Two thousand years ago, Jesus played his part exceedingly well in fulfilling the scriptures by allowing himself to be crucified.  The image of his suffering, the passion of the Christ, is seared into our minds so indelibly that the intention of the scriptures is overlooked.  The crucifixion and resurrection are the final demonstrations that forgiveness and love have overcome the world.


These things I have spoken unto you,

that in me ye might have peace.

In the world ye shall have tribulation:

but be of good cheer; I have overcome the world.

John 16:33


The crucifixion is meant to be a visual representation of the violence we commit in our minds moment to moment by investing in worldly thoughts, while all the time our kingdom is not of this world.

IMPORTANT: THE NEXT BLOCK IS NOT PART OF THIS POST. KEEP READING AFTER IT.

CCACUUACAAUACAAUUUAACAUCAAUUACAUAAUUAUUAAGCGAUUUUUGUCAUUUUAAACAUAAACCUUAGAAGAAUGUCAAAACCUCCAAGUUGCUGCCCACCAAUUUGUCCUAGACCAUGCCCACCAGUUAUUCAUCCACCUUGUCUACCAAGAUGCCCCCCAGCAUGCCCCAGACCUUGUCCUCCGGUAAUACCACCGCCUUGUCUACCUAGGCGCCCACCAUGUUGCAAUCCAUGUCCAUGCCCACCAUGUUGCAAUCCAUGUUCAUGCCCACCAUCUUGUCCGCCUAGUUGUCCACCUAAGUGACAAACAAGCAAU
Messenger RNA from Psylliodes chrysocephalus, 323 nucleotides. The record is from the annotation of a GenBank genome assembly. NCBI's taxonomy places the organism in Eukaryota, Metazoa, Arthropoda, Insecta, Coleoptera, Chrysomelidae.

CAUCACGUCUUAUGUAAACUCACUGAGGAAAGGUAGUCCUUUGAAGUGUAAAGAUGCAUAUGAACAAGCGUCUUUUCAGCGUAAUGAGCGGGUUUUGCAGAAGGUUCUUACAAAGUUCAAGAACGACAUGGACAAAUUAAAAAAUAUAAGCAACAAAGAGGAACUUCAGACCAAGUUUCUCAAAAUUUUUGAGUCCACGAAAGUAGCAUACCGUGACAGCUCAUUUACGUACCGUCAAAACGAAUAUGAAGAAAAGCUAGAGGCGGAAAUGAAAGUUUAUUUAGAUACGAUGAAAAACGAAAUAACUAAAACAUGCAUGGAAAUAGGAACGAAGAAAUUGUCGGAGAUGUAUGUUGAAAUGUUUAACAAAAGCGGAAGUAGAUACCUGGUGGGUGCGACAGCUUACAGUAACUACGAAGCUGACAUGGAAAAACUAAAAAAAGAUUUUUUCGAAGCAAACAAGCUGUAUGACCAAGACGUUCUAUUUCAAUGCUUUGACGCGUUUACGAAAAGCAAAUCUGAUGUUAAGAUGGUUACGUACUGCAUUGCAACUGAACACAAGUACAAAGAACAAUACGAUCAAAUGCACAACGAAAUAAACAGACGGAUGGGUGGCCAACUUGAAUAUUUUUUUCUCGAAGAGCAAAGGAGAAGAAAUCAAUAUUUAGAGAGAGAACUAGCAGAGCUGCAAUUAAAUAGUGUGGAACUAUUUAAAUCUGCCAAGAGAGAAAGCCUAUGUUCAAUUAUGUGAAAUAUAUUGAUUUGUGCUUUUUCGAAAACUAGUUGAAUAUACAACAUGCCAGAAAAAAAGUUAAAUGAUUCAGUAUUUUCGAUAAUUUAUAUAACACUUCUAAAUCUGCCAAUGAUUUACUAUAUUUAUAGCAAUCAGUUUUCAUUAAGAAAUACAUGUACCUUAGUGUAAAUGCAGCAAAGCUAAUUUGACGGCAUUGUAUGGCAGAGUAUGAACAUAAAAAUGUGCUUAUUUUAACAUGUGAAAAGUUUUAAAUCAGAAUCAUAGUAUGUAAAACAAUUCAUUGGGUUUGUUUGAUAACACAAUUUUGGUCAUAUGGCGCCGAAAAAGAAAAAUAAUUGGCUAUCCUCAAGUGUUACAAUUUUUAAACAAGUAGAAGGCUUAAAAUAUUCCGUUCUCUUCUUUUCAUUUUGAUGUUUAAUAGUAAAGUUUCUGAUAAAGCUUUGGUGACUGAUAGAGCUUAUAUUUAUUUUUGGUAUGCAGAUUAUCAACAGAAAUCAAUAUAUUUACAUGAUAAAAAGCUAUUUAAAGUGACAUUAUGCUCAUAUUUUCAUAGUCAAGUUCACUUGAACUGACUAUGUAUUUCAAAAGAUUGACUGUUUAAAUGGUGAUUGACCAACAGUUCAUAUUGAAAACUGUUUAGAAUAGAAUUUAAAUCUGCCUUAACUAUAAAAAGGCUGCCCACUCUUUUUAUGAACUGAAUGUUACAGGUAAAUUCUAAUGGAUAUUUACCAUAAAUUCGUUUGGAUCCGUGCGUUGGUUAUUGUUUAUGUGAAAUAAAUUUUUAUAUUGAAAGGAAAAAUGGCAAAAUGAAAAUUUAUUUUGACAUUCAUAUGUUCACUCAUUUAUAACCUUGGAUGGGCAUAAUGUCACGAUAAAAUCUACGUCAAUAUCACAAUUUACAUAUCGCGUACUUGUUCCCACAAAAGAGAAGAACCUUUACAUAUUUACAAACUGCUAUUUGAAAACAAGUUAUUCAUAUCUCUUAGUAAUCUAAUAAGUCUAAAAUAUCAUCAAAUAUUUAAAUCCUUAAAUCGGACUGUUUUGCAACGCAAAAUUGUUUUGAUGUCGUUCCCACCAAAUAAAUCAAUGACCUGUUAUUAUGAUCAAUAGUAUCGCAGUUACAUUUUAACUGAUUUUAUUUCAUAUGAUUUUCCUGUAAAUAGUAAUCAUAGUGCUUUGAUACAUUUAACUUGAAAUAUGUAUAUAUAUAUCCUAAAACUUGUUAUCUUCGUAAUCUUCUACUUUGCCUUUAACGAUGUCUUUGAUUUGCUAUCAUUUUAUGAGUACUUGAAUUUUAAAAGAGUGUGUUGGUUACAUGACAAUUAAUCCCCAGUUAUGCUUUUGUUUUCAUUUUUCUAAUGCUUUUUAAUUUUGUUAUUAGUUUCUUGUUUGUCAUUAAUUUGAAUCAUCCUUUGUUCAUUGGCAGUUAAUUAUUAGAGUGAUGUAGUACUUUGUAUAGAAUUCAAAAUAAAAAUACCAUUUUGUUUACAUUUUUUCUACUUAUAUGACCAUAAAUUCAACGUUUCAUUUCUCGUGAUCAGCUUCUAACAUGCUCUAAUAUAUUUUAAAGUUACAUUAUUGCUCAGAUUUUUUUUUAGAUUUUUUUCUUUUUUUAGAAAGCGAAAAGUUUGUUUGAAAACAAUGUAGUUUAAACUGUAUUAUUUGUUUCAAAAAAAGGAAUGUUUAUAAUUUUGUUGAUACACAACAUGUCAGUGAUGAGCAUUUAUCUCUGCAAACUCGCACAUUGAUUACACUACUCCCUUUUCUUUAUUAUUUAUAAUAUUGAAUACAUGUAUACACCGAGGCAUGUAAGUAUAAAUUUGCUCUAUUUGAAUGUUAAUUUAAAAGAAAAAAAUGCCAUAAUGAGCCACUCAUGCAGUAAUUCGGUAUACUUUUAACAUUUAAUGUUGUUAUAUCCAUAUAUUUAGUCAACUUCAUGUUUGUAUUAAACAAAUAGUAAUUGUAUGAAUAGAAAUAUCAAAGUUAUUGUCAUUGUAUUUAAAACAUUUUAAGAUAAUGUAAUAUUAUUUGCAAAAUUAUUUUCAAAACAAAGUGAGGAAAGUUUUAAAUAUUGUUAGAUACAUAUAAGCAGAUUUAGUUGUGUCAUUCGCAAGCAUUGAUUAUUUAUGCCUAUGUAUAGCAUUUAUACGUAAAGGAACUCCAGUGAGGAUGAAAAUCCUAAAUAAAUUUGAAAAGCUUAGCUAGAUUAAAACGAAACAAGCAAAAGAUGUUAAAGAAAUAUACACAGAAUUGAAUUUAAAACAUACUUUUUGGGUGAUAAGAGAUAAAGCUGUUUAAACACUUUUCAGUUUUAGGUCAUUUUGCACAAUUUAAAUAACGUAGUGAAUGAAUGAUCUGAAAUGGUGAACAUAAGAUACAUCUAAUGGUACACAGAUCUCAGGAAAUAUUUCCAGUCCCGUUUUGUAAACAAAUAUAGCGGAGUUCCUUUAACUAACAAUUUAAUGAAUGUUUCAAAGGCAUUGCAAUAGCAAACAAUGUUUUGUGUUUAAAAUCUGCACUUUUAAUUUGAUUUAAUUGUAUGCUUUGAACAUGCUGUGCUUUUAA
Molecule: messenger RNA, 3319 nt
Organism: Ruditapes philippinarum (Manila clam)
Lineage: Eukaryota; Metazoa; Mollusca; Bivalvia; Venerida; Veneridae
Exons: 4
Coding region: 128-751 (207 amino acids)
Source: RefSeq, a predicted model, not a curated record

This is one of the ways that Jesus expresses it in His Course in Miracles.


I am not a body.  I am free.

For I am still as God created me.

Review V1:Intro.3:3-5


Knowing who you are requires coming into the full realization that you are as God created you, not as you think you are.  It always comes back to the thoughts you think.  Jesus was a man who learned to overcome, to forgive, his worldly thoughts so that he could come into the full awareness of his heritage as the Son of God. 


          Although it is almost impossible to express in words, it is necessary to attempt to express what it means to declare,


For I am still as God created me.


To begin with, just look at that sentence, again:  Still, meaning both, “I continue to be,” and “I am the stillness.”  What God created is formless—Truth, Light, Tranquility, Peace, Love, Eternal Joy, Wholeness, Perfection, Purity, Infinity, Stillness.